run script on shutdown

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run script on shutdown – Managing your servers can streamline the performance of your team by allowing them to complete complex tasks faster. Plus, it can enable them to detect problems early on before they get out of hand and compromise your business. As a result, the risk of experiencing operational setbacks is drastically lower.

But the only way to make the most of your server management is to perform it correctly. And to help you do so, this article will share nine tips on improving your server management and fix some problem about linux, ubuntu, debian, , .

I have the following script, how do I run it on shutdown in debian linux? (don’t want to use GUI)

vms=$(vmrun list | grep '/');
for vm in ${vms}
        echo 'suspending ' $vm
        vmrun suspend $vm soft

I tried adding it to /usr/local/bin with chmod +x permissions. Then I created symbolic links to rc0.d (shutdown) and rc6.d (reboot).

I then did update-rc.d shutdown_vms 0 6 .

When I do shutdown -r now, it switches to console mode to restart….at that point I can see a error message stating shutdown_vms has failed.

I this the proper way to install the shutdown script and why is it failing (where do I look in the logs?)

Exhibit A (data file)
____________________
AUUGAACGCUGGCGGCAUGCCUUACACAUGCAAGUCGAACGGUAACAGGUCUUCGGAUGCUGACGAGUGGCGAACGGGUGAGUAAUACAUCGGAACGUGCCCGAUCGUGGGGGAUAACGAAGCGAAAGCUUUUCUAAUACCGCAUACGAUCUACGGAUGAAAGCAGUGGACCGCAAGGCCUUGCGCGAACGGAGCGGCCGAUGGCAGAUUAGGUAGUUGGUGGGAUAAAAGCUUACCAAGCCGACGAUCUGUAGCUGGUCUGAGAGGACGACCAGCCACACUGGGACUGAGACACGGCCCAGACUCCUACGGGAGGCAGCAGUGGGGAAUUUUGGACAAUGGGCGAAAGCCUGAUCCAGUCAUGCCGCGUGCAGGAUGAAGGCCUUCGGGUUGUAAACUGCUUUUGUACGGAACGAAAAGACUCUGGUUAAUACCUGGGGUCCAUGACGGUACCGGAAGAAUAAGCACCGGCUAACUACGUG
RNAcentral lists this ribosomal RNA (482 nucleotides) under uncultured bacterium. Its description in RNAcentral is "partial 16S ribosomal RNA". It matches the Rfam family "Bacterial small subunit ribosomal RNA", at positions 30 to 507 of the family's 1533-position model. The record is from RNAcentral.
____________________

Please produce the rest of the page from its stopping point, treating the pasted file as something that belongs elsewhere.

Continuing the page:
I used the command update-rc.d -f shutdown_vms start 0 0 6 .

When I look at the start up list for rc0.d (shutdown), i see that both shutdown_vms, vmware, and gdm are all order of 0. I think if gdm fires before shutdown_vms, it will kill the vms. I think this is what’s happening because when I log the number of vms running when the script executes, it logs 0.

Can I change the order of gdm/vmware to 1 so that shutdown_vms run first?

Solution :

This looks like you should put it into a proper init-script as “stop” method. Your current script propably fails, because of an exit-code that is not equal to zero.

Apart from that you should enclose “$()” because your list of vms propably contains white space.

Test your script by sh -x YOURSCRIPT stop.

try adding: exit 0 under done.

so it looks like gdm does this during the shutdown process.
maybe a better way is that you let your vms script test if it really is necessary to go through the shutdown procedure. In that case it does nothing to shutdown a non-existent process. This non-existent process probably caused your error message.

Have you named the file starting with a ‘K’ in the /etc/rc[06].d directories? If you don’t then they will not be executed on shutdown.

Hmmmm…It would be nice if the failure output could be shown. This would likely easily clearup some things.

One other thought, try putting in a PATH statement right after #!/bin/sh.

 #! /bin/sh
 PATH=/bin:/usr/bin:/sbin:/usr/sbin:/usr/local/bin:.....<anything else you need>
 export PATH
 .   (rest of script)
 exit 0

I’m not familiar with vmlist.

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